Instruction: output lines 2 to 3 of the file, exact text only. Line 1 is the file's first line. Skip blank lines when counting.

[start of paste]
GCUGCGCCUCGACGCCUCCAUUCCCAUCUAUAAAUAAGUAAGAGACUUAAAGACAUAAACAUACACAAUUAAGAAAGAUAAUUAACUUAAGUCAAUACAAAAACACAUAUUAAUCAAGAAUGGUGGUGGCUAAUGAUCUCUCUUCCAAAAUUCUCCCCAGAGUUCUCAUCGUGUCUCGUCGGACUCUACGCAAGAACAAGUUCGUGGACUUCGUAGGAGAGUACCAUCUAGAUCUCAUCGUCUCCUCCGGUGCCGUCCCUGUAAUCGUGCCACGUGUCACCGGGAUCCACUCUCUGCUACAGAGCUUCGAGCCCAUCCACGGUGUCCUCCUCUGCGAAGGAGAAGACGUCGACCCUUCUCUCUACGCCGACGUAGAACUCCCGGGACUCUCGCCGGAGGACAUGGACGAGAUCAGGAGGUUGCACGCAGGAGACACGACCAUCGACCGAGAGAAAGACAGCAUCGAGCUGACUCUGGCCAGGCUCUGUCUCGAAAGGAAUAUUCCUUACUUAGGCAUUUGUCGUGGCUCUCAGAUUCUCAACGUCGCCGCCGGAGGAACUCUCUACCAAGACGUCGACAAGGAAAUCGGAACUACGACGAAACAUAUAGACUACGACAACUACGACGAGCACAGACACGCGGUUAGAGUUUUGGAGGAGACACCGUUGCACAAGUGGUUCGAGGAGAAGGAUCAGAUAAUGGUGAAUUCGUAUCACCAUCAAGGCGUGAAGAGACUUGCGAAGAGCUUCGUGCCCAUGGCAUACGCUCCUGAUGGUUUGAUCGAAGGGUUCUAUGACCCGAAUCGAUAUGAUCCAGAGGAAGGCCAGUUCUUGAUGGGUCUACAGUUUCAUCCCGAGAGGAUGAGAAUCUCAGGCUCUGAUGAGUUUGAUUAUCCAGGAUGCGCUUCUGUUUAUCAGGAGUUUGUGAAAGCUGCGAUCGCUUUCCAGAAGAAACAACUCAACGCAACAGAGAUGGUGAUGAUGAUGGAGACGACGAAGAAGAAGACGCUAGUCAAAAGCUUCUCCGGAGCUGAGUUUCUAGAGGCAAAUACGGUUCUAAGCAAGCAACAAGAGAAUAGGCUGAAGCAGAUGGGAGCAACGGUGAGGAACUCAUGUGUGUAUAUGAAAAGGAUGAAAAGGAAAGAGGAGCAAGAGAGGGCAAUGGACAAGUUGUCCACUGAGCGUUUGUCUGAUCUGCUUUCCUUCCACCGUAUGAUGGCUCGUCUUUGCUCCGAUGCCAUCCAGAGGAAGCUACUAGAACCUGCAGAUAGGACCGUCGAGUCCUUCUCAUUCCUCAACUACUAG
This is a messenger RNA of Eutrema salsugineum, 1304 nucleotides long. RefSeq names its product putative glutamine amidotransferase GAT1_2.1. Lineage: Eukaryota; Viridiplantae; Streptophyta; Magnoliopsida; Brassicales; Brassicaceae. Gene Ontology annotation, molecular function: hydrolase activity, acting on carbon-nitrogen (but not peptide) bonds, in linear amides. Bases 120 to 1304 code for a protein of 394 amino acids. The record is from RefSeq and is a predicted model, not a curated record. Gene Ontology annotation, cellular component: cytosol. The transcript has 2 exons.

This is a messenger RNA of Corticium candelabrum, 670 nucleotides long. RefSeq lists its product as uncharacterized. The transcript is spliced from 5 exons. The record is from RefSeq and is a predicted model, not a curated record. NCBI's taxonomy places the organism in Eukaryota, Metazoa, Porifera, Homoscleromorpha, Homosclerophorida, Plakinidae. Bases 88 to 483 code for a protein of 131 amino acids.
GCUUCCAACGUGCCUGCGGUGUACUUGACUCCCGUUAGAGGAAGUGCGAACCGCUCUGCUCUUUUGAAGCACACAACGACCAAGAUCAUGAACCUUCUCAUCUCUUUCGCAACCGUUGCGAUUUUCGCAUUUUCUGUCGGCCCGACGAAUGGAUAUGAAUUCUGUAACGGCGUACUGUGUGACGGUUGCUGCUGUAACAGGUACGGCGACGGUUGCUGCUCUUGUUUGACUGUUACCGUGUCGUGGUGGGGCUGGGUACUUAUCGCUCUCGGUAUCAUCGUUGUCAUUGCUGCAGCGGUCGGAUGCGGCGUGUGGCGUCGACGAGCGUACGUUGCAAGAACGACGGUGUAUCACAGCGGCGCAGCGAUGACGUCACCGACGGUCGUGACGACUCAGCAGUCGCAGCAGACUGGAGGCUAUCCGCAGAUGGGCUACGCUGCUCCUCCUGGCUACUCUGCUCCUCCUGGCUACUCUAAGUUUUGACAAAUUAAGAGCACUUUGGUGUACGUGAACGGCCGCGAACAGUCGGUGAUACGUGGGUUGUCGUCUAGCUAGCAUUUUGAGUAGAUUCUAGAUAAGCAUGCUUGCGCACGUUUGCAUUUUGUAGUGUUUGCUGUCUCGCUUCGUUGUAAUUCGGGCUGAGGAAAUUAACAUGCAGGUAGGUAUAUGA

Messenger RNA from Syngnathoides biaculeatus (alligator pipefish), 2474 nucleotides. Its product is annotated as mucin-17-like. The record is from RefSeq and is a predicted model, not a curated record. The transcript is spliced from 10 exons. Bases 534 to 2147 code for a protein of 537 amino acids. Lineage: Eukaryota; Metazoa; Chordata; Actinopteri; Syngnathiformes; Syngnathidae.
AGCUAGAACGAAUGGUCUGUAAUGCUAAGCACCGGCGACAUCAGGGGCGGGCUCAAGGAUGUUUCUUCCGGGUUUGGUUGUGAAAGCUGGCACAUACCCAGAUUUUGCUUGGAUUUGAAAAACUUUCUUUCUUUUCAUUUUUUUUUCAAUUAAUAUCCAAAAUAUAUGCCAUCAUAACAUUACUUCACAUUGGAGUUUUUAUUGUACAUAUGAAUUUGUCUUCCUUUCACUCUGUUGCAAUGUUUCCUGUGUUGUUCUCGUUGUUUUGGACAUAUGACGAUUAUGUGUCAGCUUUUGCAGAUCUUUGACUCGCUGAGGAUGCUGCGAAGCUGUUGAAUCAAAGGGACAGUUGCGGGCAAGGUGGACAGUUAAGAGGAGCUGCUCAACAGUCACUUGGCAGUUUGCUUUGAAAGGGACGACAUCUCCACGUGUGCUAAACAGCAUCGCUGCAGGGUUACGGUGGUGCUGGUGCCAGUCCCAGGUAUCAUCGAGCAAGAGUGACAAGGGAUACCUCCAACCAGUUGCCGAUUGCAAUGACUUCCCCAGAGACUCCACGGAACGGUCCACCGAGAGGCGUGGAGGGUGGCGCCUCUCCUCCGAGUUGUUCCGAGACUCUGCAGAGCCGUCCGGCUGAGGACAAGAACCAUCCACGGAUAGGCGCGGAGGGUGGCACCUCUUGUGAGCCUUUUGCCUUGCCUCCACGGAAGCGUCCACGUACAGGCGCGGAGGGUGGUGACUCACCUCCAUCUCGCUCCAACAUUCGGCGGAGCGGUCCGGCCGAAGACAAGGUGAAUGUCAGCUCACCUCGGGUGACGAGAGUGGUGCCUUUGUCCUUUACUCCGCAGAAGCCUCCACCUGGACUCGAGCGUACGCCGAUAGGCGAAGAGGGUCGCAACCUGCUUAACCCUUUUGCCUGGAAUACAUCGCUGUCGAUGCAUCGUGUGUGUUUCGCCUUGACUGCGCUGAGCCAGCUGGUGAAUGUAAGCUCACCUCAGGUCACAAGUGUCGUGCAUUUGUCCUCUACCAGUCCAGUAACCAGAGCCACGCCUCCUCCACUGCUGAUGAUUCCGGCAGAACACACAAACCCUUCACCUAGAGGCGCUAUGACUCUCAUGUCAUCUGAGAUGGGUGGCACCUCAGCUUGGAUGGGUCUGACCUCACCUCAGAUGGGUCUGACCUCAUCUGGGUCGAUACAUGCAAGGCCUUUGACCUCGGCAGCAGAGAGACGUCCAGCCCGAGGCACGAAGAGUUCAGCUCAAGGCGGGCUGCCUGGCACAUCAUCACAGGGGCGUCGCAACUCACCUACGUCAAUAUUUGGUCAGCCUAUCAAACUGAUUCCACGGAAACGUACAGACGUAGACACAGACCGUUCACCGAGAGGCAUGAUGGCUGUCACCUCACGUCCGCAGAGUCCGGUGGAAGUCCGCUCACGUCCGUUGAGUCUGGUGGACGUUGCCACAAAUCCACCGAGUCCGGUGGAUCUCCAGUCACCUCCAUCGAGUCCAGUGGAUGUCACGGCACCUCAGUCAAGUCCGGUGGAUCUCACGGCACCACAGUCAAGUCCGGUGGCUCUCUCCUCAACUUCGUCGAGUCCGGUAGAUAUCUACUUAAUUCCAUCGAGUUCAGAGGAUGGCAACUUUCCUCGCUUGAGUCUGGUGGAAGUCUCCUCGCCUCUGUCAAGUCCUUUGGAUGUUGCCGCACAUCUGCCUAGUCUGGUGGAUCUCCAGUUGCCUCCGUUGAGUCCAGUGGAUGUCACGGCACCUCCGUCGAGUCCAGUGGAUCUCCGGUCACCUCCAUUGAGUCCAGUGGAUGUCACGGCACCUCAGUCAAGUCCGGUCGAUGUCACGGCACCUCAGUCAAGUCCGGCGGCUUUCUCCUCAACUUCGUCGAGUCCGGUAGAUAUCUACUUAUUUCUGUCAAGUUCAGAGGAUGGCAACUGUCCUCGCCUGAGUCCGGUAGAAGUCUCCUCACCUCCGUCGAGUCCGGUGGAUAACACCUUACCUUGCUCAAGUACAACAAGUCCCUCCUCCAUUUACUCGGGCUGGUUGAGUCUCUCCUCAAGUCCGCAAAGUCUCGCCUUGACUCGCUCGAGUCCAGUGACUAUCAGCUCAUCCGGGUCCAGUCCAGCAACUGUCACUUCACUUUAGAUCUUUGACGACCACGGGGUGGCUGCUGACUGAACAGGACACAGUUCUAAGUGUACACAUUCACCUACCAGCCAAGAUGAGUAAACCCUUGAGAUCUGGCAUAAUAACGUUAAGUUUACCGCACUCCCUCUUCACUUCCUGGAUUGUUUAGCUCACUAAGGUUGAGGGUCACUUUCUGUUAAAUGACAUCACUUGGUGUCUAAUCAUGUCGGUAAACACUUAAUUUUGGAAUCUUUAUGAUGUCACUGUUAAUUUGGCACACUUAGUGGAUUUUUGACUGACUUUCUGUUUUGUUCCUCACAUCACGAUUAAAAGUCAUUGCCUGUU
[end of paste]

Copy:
This is a messenger RNA of Eutrema salsugineum, 1304 nucleotides long. RefSeq names its product putative glutamine amidotransferase GAT1_2.1. Lineage: Eukaryota; Viridiplantae; Streptophyta; Magnoliopsida; Brassicales; Brassicaceae. Gene Ontology annotation, molecular function: hydrolase activity, acting on carbon-nitrogen (but not peptide) bonds, in linear amides. Bases 120 to 1304 code for a protein of 394 amino acids. The record is from RefSeq and is a predicted model, not a curated record. Gene Ontology annotation, cellular component: cytosol. The transcript has 2 exons.

This is a messenger RNA of Corticium candelabrum, 670 nucleotides long. RefSeq lists its product as uncharacterized. The transcript is spliced from 5 exons. The record is from RefSeq and is a predicted model, not a curated record. NCBI's taxonomy places the organism in Eukaryota, Metazoa, Porifera, Homoscleromorpha, Homosclerophorida, Plakinidae. Bases 88 to 483 code for a protein of 131 amino acids.